• No Discussion, Except for Clarification.
    • About 1/3rd of Time for this Phase.
    • Divide Phase Time by “n” -- Number of Group Members.
nominal group technique1
Nominal Group Technique
  • Discussion (“3X” Time) 6 Minutes
    • Compare and Contrast and Reach Agreement If Possible. Minority Reports Are Acceptable.
    • About 1/2 of Time for this Phase.
  • Teacher Closure.
    • Call on Several Teams Before Commenting.
  • Teacher Manages Exercise.
    • Monitors Groups and Intervenes.
    • Controls Time on Phases (Initially).
    • Signals End of Exercise - “Quiet Signal”.
ngt with role playing
NGT with Role Playing
  • After Initial Quiet Period for Reflection, Assign Roles:
    • Leader, Reporter, Process Monitor, Recorder. Or
    • Leader, Devil’s Advocate, Reporter, Recorder
  • Rotate Throughout Semester.
brainwriting brainstorming
Brainwriting / Brainstorming
  • Each participant writes three or four ideas on paper, then puts his/her paper in middle of table. Discussion is discouraged until after session.
  • Each participant takes a different paper from "pool" in center of table and adds any number of new ideas to it. Building on the ideas already on paper is encouraged.
brainwriting
Brainwriting
  • To Provoke More New Ideas, Participants Again Swap Papers With Pool, Read the Ideas and Write Down Any New Contributions That Come to Mind.
  • Continue Until the Time Limit Is Reached.
  • Team Selects One or More Ideas to Share with Class. Team Receives Feedback from Teacher.
planning for cooperative learning3
Planning for Cooperative Learning

Forming

(Groups)

  • Value line
  • MBTI or functional area
  • Cards
  • Let them pick

Norming

  • TAPPS
  • Nominal Group (NGT)
  • Brain Writing
  • Questioning
  • Concept Map
  • Compare and Contrast Table

Performing

questioning
Questioning
  • See Writing Cognitive Objectives for Proper Verbs.
  • Call on Several Students By Name.
    • Allow Students to “Pass”
  • Comment on All Students’ Responses
building compare and contrast tables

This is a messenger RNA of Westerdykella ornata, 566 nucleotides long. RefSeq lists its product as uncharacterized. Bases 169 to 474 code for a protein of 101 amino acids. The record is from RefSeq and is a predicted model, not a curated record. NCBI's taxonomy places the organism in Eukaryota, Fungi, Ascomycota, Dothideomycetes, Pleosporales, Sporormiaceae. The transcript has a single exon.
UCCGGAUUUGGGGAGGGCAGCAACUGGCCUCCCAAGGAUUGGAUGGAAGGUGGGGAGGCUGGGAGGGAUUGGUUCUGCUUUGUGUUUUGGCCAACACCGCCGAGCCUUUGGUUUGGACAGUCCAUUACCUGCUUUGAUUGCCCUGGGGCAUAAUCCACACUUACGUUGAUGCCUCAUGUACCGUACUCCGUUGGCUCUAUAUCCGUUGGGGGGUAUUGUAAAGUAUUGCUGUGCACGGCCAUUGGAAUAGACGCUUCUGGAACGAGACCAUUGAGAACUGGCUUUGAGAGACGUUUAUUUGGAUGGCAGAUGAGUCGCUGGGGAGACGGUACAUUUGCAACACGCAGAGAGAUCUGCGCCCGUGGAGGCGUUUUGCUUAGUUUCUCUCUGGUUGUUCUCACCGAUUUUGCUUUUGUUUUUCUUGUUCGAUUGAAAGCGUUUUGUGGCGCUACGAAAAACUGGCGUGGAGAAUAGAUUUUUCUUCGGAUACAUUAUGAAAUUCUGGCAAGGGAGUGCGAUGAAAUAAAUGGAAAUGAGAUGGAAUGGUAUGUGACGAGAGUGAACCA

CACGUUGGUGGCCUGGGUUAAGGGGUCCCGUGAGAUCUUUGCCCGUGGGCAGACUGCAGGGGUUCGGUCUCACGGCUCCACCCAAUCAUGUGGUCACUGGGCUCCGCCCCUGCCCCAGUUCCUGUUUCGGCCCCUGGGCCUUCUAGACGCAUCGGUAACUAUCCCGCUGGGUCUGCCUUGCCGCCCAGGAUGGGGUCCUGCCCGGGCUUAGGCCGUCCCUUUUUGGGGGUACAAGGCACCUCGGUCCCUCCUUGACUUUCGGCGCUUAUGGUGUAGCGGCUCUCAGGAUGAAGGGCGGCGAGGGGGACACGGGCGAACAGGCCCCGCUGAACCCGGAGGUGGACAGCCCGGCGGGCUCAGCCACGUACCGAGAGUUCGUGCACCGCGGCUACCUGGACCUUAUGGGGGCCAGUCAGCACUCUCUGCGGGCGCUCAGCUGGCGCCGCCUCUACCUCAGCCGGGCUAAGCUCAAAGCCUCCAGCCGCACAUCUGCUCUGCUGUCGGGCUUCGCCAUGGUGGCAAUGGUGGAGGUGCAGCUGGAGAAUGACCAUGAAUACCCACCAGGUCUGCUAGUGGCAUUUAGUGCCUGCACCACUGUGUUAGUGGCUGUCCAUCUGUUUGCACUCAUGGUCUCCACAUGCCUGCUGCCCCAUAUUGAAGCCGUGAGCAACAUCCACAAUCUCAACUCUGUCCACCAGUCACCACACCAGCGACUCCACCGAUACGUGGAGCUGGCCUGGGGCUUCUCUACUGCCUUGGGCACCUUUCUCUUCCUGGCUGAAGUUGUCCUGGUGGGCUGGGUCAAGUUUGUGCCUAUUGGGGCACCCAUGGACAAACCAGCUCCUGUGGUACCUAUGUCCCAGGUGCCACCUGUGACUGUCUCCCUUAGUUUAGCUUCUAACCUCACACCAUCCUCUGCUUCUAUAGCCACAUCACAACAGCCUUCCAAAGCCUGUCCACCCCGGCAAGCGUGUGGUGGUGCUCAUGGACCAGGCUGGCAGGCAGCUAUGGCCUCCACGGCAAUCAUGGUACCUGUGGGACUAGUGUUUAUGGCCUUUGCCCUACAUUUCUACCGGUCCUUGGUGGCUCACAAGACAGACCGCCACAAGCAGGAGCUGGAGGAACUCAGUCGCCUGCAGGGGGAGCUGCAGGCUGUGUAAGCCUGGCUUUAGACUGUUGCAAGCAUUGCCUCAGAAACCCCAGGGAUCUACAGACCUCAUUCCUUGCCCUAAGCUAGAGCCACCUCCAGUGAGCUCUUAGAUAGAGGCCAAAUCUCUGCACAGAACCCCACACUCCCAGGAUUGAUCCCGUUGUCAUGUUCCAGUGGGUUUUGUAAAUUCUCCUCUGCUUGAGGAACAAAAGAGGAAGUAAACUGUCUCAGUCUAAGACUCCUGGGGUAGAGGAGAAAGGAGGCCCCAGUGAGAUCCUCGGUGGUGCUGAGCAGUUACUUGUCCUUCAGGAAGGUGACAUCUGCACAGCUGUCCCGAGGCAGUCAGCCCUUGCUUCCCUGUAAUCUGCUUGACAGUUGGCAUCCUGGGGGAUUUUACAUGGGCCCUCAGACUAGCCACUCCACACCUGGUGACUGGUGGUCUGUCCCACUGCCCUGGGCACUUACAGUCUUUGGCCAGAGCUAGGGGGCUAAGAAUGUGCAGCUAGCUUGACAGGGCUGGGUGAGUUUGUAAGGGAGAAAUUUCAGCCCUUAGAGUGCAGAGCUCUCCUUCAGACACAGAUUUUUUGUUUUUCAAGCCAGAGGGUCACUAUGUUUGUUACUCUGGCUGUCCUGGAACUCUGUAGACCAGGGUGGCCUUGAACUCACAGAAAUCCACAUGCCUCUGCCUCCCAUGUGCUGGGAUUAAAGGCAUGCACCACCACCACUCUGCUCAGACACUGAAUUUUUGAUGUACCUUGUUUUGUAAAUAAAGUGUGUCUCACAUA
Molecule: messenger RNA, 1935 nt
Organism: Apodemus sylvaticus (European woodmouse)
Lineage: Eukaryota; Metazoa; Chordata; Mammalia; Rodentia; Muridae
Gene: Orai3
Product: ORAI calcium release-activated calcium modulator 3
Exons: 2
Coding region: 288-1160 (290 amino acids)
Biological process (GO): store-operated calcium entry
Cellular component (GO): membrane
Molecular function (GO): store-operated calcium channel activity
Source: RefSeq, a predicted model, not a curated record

Building Compare and Contrast Tables

Students Learn to Build Compare and Contrast Tables.

  • Must Develop Bases of Comparisons .

Bases Should:

    • Establish Similarities and Differences.
    • Address Multiple Dimensions Underlying Concepts.
  • Must then Determine Facts for Each Comparison Base.
additional readings
Additional Readings
  • Bonwell, C. and Eison, J. “Active Learning: Creating Excitement in the Classroom.” ASHE-ERIC Higher Education Report No. 1. The George Washington University. 1991
  • Brookfield, S.Developing Critical Thinkers. San Francisco, CA. Jossey-Bass. 1987.
  • Johnson, D., Johnson, R. and Smith, K. “Cooperative Learning: Increasing College Faculty Instructional Productivity.” ASHE-ERIC Higher Education Report No. 4. The George Washington University. 1991.
  • Lori A. Coakley and Kenneth J. Sousa (2013), “The effect of contemporary learning approaches on student perceptions in an introductory business course.” Journal of the Scholarship of Teaching and Learning, Vol. 13, No. 3, August 2013, pp. 1 – 22.
ba 9200 course overview1
BA 9200 Course Overview

Teaching

Philosophy

Students Abilities

Course Level

and Scope

Desired Learning Levels

Write Course and Topic

Objectives

Select Effective Teaching

Methods

How Students

Learn

The Lecture

Testing and Grading

Active Learning